Irish Protestants were mostly found in areas where British influence was strong. During the colonial era, the number of Protestants in the south was considerably high until Ireland was partitioned. The establishment of the Irish Free State and the end of the union between southern Ireland and Great Britain, who were the main protagonists in Protestantization of Ireland, is one of the main reasons protestant population declined significantly.
Though there are no exact figures, partitioning of Northern Ireland meant that protestant in the South hand to move to an environment that appeared to be more favorable to them. It is believed that close to 107, 000 Protestants moved to the north and the number of Protestants in the south dropped by 3% to reach 7%. This emigration brought with it some economic consequences, as Protestants formed the backbone of the economy at the time.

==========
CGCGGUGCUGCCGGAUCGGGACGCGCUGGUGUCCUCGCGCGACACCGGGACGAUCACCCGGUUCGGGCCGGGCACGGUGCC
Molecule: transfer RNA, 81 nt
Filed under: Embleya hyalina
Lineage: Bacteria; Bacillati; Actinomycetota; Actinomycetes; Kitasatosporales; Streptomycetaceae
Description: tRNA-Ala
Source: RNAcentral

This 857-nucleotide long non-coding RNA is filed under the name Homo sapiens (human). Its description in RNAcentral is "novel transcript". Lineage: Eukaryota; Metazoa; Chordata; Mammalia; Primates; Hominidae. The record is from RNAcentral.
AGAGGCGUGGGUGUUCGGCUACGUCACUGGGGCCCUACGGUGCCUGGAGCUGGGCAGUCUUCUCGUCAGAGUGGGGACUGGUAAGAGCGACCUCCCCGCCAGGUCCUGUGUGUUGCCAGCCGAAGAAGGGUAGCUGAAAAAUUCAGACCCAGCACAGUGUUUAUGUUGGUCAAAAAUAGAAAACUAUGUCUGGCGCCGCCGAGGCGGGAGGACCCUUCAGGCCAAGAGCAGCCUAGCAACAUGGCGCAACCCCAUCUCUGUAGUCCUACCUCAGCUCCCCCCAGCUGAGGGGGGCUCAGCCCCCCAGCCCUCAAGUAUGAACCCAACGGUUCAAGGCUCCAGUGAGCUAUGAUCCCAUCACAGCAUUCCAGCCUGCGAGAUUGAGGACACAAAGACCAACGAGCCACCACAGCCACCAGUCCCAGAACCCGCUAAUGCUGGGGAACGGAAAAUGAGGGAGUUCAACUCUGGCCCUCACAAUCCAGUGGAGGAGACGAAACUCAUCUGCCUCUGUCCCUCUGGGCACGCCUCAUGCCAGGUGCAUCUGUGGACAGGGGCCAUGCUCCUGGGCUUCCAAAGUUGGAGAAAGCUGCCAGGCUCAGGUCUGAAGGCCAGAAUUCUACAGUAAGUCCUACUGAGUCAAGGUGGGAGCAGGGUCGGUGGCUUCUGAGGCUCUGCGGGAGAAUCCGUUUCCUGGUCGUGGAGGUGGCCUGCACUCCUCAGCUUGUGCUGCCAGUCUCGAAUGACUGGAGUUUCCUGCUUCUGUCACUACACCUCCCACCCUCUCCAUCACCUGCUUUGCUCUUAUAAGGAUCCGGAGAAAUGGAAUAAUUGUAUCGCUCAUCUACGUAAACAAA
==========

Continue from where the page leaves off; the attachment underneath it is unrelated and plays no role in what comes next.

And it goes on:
In recent years, there has been a significant increase in the number of Protestants in the Irish Republic. Notably, the primary beneficiaries of this increase are the major Protestant denominations Anglicans, Presbyterians, and Methodists. The reason for the growth in the south includes protestant immigration and the conversion of Catholics.